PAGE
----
Thalassemia is a blood condition that is inherited causing problems in the body’s manufacturing of hemoglobin. This disorder leads to anemia, which is an insufficient amount of red blood cells in the body.
One function of hemoglobin is to transport oxygen from the lungs to the tissues. Another of its important function is to help remove waste product of carbon dioxide. When a person suffers from thalassemia, the creation of hemoglobin is disrupted. Unhealthy hemoglobin enters the blood stream along with the healthy red blood cells (RBCs) causing the RBCs to function improperly. The healthy RBCs eventually die off resulting in anemia. Contributing to this disease is the spleen. This organ may suffer from a certain problem causing it produce insufficient amounts of RBCs in the body.
Modern science has observed that thalassemia can be passed on from parent to child. When one or both parents have this condition, it will be passed on to their offspring. It is believed that when a grandparent or a parent is positive with thalassemia, the child will suffer from a minor case of this disease; when both grandparents and/or parents have it, then the offspring will likely suffer from a severe case of thalassemia.
The Symptoms and Signs of Thalassemia
The manifestations of thalassemia may vary. They depend on the severity of the genetic defect. If the condition is severe, the body produces less hemoglobin resulting in a severe type of anemia. Mild thalassemia may not exhibit any symptoms at all and if it does, it results in mild but long-term anemia.
A person suffering from severe thalassemia more often than not also suffers from severe hemolytic disease. In this condition, the RBCs are constantly destroyed and the body is not fast enough to replace the destroyed RBCs. Severe thalassemia maybe diagnosed in children as young as 1 year of age. Its symptoms include bony abnormalities particularly of the facial bones, enlarged liver and spleen, failure to thrive, yellow-colored skin (jaundice), and paleness.
Thalassemia Risks and Causes
People whose grandparent/parent has thalassemia are high at risk to acquire this disease. It more commonly occurs among Asian, Mediterranean, and African people.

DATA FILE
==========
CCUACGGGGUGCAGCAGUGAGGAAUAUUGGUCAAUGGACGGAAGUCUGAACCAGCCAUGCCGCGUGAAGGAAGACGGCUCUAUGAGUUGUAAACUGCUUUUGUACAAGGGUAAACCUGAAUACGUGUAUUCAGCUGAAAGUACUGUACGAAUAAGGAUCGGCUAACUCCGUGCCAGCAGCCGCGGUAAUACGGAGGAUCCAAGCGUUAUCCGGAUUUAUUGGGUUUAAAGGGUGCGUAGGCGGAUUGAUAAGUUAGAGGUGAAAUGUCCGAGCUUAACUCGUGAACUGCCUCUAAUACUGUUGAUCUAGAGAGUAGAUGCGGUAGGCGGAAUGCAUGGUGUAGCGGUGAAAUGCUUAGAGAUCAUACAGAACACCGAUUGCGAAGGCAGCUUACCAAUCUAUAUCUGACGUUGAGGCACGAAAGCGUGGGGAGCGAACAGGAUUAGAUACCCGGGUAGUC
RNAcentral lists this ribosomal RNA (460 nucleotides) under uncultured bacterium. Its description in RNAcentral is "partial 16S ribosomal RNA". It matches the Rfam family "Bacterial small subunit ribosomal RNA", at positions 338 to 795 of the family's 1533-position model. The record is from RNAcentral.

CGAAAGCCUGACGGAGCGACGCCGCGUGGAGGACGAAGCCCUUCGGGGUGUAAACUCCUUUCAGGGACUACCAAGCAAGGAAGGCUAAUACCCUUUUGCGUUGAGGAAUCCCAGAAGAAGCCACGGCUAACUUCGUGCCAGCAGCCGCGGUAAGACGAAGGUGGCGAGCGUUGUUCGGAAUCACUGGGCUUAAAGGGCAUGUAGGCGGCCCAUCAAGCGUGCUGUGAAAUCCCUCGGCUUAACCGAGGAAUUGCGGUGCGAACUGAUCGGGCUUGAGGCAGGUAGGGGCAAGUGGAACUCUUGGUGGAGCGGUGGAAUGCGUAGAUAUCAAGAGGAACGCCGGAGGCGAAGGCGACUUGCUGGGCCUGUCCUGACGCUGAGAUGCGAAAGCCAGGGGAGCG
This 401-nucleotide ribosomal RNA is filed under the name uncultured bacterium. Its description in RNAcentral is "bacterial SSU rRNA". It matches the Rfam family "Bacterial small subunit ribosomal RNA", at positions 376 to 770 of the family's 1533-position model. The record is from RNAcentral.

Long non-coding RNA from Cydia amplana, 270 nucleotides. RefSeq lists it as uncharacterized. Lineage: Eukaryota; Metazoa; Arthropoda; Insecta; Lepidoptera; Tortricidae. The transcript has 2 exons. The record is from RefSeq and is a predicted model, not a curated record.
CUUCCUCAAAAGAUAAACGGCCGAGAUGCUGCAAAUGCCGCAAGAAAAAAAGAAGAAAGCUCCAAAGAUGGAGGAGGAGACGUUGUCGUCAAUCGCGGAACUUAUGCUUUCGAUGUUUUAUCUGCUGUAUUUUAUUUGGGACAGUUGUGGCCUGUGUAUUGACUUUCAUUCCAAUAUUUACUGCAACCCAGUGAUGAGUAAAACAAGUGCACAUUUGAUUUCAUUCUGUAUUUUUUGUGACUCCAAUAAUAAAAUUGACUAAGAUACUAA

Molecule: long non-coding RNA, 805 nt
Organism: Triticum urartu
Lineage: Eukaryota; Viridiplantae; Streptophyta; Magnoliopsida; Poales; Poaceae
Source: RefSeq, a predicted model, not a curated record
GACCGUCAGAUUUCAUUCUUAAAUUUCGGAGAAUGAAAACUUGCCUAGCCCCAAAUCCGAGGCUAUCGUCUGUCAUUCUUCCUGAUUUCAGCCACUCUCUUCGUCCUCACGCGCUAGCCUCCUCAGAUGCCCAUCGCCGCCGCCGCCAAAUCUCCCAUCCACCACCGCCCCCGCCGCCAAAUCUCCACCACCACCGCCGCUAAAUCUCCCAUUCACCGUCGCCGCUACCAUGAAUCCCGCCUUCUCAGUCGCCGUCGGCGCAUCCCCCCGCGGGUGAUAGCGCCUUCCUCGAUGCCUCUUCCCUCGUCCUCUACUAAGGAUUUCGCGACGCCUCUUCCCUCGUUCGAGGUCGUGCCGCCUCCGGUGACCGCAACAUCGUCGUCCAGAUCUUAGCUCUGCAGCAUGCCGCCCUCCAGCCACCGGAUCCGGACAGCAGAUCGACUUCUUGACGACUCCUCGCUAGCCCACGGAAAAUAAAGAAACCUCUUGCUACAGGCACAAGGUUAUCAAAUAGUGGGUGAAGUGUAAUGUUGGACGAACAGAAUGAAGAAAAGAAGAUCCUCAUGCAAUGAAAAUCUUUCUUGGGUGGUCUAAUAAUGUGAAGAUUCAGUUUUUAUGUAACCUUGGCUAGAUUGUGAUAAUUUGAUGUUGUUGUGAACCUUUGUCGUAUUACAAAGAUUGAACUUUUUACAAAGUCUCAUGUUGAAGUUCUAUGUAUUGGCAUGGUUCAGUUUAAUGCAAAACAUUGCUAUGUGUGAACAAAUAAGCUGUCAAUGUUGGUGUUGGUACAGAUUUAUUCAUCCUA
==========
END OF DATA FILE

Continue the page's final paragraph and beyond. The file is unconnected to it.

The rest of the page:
Once the child is born, there is no way that thalassemia can be prevented. Thalassemia parents and those with a family history of it may find counseling to be helpful. Based on medical statistics, there is a ¼ likelihood that both parents carrying the thalassemia gene will bear a child suffering from a severe case of this disease.
Blood tests can be helpful in diagnosing thalassemia. Blood sampling is done to determine abnormal blood cell structure, small red blood cells, low hemoglobin levels, or low red blood cell count. More complex genetic examinations may be needed occasionally.
Thalassemia Long-term Effects
Mild cases of thalassemia often do not lead to longstanding problems. Severe thalassemia, on the other hand, may lead to general growth problems, darkened skin, bone development problems, stunted growth, and even death.
Risks to Others
Being an inherited disorder, an affected individual can pass this disease on to his/her children.
The affected person may be required to undergo regular blood transfusions. He/she may also need to take nutritional supplements and folic. In traditional Chinese medicine, treatment for thalassemia requires the restoration of the spleen to its normal function enabling it to manufacture health and adequate amounts of RBCs.
A person requiring regular red blood cell transfusions may eventually suffer from iron overload which can be dangerous. Too much iron may accumulate in certain body tissues and may result in diabetes, liver disease, and skin discoloration.
Clinical trials are still being done to test the effectiveness of certain therapies for thalassemia. These include specific gene therapy targeted at the abnormal chromosomes, infusions of starter stem cells, bone marrow transplant, and drugs that are similar to those used in chemotherapy to alter the abnormal hemoglobin genes. These are all under the testing stage and all are dangerous therapies.
Blood transfusion has it risks. It may result in hepatitis, infection, and allergic reaction.
It may take a month of treatment using traditional Chinese medicine modalities to overcome the condition although for certain people, it may take longer.
Amy-Sui Qun Lui is a board certified and licensed acupuncturist in Cleveland, OH and the founder of Asian Health Center.